Time in the United States, by law, is divided into nine standard time zones covering the states and its possessions, with most of the United States observing daylight saving time (DST) for approximately the spring, summer, and fall months. The time zone boundaries and DST observance are regulated by the Department of Transportation. Official and highly precise timekeeping services (clocks) are provided by two federal agencies: the National Institute of Standards and Technology (NIST) (an agency of the Department of Commerce); and its military counterpart, the United States Naval Observatory (USNO). The clocks run by these services are kept synchronized with each other as well as with those of other international timekeeping organizations.
It is the combination of the time zone and daylight saving rules, along with the timekeeping services, which determines the legal civil time for any U.S. location at any moment.
Prior to the adoption of four standard time zones for the continental United States, many towns and cities set their clocks to noon when the sun passed their local meridian, pre-corrected for the equation of time on the date of observation, to form local mean solar time. Noon occurred at different times but time differences between distant locations were barely noticeable prior to the 19th century because of long travel times and the lack of long-distance instant communications prior to the development of the telegraph.
The use of local solar time became increasingly awkward as railways and telecommunications improved. American railroads maintained many different time zones during the late 1800s. Each train station set its own clock making it difficult to coordinate train schedules and confusing passengers. Time calculation became a serious problem for people travelling by train (sometimes hundreds of miles in a day), according to the Library of Congress. Every city in the United States used a different time standard so there were more than 300 local sun times to choose from. Time zones were therefore a compromise, relaxing the complex geographic dependence while still allowing local time to be approximate with mean solar time. Railroad managers tried to address the problem by establishing 100 railroad time zones, but this was only a partial solution to the problem.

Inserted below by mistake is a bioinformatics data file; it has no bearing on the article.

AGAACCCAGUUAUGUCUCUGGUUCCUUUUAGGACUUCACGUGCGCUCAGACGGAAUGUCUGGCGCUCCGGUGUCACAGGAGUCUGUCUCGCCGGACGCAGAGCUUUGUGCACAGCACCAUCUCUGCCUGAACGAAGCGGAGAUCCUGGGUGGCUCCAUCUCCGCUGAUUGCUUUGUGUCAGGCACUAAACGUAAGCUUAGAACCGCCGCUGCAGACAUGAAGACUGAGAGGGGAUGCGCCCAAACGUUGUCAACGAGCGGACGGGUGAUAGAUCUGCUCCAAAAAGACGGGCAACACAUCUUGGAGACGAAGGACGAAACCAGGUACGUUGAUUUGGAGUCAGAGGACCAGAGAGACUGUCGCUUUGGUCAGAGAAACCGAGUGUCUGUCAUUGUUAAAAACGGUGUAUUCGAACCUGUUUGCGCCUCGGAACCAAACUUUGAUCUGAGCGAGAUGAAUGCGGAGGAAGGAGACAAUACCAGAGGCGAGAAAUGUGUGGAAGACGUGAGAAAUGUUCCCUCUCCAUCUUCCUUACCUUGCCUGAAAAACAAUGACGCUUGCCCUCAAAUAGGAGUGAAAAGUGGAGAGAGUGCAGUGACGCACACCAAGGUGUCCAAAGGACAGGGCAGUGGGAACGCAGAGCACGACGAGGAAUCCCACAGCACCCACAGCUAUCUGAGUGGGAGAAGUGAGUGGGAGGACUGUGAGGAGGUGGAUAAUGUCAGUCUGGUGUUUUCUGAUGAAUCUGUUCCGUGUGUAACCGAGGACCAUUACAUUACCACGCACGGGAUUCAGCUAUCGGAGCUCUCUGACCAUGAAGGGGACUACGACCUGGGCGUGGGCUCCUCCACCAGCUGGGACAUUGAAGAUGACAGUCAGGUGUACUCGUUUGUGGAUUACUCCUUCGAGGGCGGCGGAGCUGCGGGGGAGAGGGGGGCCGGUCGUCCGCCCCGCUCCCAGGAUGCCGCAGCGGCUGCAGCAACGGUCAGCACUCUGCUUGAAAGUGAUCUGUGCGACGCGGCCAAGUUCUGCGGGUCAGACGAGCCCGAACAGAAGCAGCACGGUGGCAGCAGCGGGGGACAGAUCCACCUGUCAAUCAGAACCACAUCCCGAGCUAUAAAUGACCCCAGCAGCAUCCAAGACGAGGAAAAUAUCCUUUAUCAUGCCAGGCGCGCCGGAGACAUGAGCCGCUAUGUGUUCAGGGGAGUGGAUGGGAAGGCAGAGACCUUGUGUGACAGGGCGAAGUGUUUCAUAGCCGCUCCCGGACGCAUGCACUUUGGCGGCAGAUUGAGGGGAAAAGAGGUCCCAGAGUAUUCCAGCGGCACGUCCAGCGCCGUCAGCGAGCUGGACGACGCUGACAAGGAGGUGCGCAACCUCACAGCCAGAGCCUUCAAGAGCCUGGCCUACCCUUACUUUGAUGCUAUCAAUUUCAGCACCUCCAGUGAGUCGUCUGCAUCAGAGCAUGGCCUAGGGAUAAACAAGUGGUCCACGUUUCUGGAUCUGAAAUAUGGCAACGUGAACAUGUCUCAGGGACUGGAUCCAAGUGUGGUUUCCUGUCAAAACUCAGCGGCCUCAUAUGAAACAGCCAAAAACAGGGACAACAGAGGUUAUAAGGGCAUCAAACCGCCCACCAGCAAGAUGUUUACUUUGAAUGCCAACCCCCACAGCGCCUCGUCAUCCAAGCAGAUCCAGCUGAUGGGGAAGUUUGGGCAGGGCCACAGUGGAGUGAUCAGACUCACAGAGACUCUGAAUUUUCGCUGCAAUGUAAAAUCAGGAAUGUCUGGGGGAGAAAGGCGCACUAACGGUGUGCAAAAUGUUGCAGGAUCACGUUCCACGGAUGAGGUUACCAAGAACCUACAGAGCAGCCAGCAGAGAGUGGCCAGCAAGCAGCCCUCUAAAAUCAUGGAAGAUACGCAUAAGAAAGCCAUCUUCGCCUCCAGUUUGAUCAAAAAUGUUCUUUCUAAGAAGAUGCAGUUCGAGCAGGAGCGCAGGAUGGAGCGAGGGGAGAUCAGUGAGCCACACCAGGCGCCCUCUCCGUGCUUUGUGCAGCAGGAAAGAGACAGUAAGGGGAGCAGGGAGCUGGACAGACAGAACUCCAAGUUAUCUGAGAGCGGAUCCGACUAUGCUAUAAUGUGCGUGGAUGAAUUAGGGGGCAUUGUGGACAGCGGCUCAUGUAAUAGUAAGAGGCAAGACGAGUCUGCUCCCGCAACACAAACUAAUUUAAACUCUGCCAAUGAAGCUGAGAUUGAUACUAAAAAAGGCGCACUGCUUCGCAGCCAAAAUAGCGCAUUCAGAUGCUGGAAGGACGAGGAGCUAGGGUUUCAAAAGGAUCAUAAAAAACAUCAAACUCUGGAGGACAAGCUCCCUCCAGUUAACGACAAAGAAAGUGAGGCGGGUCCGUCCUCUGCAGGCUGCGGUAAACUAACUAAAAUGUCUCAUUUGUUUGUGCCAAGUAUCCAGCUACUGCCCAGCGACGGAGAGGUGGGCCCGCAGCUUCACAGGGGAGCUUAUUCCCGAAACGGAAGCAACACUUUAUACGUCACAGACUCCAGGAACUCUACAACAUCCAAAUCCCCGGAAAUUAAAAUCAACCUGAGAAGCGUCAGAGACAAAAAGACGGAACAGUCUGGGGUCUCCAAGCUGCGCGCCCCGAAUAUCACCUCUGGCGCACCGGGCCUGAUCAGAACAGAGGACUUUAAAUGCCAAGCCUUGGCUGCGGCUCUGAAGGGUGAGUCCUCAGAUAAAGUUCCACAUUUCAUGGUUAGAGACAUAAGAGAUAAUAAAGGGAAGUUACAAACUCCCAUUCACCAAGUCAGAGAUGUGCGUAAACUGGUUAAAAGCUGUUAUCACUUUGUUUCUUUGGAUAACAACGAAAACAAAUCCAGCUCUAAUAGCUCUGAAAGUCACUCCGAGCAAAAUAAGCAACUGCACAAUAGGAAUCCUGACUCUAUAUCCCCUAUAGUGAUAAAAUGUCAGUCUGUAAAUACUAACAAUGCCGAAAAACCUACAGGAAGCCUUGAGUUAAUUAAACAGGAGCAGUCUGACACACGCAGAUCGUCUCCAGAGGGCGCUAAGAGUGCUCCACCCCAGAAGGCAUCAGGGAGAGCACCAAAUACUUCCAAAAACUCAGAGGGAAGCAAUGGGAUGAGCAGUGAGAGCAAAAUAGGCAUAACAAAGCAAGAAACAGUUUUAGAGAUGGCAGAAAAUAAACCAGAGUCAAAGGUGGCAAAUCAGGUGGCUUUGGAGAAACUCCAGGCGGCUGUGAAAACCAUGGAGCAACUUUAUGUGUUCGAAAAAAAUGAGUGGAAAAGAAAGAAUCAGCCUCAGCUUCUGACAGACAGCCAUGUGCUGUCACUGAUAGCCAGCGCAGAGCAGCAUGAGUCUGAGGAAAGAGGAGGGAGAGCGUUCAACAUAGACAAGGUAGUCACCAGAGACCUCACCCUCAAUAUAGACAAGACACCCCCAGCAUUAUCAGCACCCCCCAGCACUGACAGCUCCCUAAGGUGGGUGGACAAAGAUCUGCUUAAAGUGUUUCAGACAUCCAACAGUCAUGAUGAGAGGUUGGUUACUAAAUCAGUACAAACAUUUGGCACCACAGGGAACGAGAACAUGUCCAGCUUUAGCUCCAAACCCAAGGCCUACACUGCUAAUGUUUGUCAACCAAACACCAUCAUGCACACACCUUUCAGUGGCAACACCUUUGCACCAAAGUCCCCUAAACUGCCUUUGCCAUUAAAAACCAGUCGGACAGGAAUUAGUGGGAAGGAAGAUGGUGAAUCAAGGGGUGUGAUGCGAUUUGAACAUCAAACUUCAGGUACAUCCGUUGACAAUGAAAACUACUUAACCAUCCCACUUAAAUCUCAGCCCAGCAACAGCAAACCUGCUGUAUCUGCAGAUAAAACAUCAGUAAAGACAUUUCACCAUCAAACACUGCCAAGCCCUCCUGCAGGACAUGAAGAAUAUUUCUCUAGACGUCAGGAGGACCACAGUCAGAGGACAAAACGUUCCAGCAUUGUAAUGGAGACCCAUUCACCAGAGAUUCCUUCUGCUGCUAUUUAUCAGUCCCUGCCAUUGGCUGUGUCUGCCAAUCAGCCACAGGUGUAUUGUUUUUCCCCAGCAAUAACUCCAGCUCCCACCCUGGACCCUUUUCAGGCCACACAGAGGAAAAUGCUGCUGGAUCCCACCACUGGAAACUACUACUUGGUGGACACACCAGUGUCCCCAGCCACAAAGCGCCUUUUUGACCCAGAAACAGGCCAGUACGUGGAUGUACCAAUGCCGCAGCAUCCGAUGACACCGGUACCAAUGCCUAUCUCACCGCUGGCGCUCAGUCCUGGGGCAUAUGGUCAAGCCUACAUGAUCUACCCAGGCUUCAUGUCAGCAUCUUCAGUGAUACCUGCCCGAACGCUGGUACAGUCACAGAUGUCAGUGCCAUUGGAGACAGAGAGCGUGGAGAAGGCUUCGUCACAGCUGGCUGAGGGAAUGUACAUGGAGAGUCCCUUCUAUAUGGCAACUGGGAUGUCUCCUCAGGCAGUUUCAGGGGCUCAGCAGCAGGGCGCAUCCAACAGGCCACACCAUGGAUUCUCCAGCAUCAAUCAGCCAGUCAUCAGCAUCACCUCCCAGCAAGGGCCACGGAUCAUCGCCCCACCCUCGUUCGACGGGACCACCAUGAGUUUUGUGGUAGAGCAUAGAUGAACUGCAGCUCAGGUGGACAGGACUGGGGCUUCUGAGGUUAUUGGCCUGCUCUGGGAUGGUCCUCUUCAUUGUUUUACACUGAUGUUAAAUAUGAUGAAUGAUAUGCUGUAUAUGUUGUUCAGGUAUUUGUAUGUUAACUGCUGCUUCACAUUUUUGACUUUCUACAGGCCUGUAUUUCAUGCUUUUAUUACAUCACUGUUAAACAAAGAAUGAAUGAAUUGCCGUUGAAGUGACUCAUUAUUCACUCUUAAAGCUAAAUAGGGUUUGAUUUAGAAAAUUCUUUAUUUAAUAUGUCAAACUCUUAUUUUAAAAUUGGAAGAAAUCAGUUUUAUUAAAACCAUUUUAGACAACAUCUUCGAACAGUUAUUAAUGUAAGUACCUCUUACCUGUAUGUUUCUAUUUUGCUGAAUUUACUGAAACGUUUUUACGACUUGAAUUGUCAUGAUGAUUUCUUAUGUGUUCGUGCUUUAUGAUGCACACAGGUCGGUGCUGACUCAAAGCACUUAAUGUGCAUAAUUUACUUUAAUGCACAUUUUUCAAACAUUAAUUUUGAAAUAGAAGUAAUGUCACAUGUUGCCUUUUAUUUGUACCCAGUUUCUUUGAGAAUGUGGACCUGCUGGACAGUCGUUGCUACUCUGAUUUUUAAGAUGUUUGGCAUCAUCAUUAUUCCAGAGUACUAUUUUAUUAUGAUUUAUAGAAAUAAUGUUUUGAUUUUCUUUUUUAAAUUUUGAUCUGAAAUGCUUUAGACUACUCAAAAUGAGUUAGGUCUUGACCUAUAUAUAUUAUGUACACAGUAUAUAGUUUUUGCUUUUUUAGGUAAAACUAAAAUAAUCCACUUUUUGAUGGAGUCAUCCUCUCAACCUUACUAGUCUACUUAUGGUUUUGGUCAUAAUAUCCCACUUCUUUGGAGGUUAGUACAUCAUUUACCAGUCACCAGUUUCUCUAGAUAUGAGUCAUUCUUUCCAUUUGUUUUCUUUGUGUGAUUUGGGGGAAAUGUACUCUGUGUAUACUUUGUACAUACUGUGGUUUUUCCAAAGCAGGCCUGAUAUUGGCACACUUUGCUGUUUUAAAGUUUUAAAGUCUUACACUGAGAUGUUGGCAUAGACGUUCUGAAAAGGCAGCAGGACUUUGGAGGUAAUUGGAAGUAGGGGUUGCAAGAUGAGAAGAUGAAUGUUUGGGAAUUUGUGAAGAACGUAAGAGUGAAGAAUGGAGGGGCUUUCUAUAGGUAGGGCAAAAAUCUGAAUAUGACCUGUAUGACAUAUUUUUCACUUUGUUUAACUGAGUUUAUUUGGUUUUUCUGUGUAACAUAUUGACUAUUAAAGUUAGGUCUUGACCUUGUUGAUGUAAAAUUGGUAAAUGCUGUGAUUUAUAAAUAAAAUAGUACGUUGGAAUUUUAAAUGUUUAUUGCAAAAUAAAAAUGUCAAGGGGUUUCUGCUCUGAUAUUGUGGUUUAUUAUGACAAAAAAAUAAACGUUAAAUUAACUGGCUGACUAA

Operators of the new railroad lines needed a new time plan that would offer a uniform train schedule for departures and arrivals. Four standard time zones for the continental United States were introduced at noon on November 18, 1883, when the telegraph lines transmitted time signals to all major cities.
In October 1884, the International Meridian Conference at Washington DC adopted a proposal which stated that the prime meridian for longitude and timekeeping should be one that passes through the centre of the transit instrument at the Greenwich Observatory in the United Kingdom (UK). The conference therefore established the Greenwich Meridian as the prime meridian and Greenwich Mean Time (GMT) as the world's time standard. The US time-zone system grew from this, in which all zones referred back to GMT on the prime meridian.
GMT was superseded as the international civil time standard by Coordinated Universal Time (UTC) in 1960, when the International Radio Consultative Committee formalized the concept of Coordinated Universal Time, abbreviated as UTC. It is, within about 1 second, mean solar time at 0°. It does not observe daylight saving time. It is one of several closely related successors to Greenwich Mean Time (GMT). For most purposes, UTC is considered interchangeable with GMT, but GMT is no longer precisely defined by the scientific community.